Hensley hosted a jazz show for WFIU, which at the time emanated from a small Quonset hut on Jordan Avenue. He dreamed of being a DJ for a while – “back when that was an actual job,” he says – but soon learned that the only good money to be made working in radio was in selling ads.
After college, he moved to Brown County, where he got a job making jingles for a recording studio just north of Nashville, Indiana. Shortly thereafter, he went into mercantile pursuit, and he and his wife Sarah (a Jacobs School of Music alumna) owned an antique/gift shop. He also had an old-time movie theater, where he played the piano to accompany silent films, but he eventually realized he wasn’t making much money for his hard work.
For a while, he lived in Indianapolis, playing for a daily live TV show by day and performing by night in the house band accompanying singers and comics at a club called The Embers.
“I worked with a lot of people who were either on the way up or on the way down in their careers,” he said.
In 1970, he moved to Los Angeles with no job waiting and no connections other than a few acts from The Embers who’d told him to “Give me a call when you get to L.A.”
“Of course, none of them really wanted to hear from this piano player from Indianapolis,” he said. “Except for a comedian named Stanley Myron Handelman who hired me to play at the recording sessions for an album he did called ‘Spiro Agnew is a Riot!’”
He jokes that recording that comedy album is the reason he remembers Spiro T. Agnew, even though no one else does.
His career blossomed in L.A., where he began to get into studio work. But it was through a club gig some 10 years after he had performed on tour with Buster Keaton that Hensley found himself playing for Diane Keaton, who was performing ballads at the time at The Ice House, a small L.A. nightclub.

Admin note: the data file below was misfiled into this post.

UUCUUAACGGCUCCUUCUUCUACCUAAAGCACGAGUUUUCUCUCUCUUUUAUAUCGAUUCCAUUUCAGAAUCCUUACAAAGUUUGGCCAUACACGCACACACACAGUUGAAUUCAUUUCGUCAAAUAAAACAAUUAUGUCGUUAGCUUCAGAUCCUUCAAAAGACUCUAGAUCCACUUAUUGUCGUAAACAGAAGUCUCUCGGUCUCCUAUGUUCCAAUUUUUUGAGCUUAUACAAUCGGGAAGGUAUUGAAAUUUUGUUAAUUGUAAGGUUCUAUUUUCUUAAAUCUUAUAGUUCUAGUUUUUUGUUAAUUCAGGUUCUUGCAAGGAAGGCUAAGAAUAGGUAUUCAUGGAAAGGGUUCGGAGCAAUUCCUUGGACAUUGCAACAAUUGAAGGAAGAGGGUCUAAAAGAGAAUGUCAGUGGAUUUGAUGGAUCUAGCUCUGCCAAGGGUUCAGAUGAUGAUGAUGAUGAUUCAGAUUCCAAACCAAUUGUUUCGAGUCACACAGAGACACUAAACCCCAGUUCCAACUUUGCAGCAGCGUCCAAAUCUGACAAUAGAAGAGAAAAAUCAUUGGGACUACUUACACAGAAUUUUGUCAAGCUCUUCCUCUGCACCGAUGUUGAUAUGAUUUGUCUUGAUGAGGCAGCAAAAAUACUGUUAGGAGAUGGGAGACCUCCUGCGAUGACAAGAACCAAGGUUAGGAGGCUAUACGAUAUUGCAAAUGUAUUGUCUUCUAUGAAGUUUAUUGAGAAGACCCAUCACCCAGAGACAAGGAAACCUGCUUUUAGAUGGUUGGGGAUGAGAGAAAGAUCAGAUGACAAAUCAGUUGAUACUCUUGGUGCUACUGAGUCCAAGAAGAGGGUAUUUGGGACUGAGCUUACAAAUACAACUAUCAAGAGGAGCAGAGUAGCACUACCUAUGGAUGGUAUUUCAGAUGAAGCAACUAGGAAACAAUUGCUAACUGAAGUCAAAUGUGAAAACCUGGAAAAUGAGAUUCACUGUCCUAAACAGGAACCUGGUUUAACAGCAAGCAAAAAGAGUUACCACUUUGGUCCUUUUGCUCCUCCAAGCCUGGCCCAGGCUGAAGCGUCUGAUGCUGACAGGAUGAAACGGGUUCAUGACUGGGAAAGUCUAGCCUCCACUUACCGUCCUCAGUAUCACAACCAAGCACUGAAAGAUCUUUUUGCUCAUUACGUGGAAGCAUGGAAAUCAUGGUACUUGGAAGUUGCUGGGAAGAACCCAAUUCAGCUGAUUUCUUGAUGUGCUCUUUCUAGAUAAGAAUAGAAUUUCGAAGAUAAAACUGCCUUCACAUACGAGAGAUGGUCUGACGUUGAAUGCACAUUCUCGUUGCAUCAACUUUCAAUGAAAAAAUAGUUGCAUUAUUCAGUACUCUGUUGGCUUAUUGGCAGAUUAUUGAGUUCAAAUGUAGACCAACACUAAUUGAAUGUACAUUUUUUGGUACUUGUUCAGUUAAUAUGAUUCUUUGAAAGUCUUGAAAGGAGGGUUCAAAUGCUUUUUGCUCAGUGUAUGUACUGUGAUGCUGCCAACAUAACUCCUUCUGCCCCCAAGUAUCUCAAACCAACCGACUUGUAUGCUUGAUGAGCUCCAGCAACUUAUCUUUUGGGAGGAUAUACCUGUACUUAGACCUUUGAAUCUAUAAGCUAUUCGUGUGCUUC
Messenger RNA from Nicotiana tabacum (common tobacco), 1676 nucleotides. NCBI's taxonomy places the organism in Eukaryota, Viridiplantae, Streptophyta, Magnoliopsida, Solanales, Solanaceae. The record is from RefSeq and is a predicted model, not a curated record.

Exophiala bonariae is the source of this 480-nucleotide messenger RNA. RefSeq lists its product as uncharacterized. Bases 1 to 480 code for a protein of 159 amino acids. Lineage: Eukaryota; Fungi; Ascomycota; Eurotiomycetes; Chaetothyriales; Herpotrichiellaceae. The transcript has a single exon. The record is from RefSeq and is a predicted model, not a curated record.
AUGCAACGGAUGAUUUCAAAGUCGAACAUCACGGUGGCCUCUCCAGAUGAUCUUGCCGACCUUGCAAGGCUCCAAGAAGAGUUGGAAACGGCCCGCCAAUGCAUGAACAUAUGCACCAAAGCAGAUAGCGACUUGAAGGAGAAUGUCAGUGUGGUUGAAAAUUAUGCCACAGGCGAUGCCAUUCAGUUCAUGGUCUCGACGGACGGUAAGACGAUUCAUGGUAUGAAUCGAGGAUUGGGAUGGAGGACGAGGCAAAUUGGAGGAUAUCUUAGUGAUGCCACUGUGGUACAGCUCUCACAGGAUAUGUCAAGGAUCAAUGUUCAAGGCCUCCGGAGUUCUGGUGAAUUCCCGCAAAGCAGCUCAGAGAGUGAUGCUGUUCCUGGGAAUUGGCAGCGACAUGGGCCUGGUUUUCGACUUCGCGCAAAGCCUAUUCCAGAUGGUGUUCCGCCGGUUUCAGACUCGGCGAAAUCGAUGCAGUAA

He recalls that while she was a great actress and singer, Diane wasn’t as skilled behind the wheel. When she drove to his house to carpool to the club where they would perform, she frequently collided with the trashcans in his driveway — a precursor to a very similar scene in her Oscar-winning film, “Annie Hall.”
The session work continued to grow.
“I recorded with half of the Beatles, half of Sonny and Cher and all of Hall and Oates and all of a bunch of other groups and solo acts,” Hensley said. “I did some records that were kind of hits at the time.”
Those included “Rich Girl” by Hall and Oates, “Endless Love” by Lionel Richie and Diana Ross, “Half Breed” by Cher, “Don’t Give Up on Us” by David Soul and a novelty called “Chick-a-Boom” by Daddy Dewdrop.
Along the way, he also recorded a few successful albums with Neil Diamond. After returning from a brief career hiatus, Diamond asked Hensley to tour with him as he expanded his band. Hensley had done a bit of touring, with Seals and Crofts, David Cassidy and Paul Anka, among others, and he wasn’t eager to go on the road again after finding a place in the studios.
“I thought, ‘Well OK, I’ll do that for a little while,” he said. “And a little while turned into 40 years.”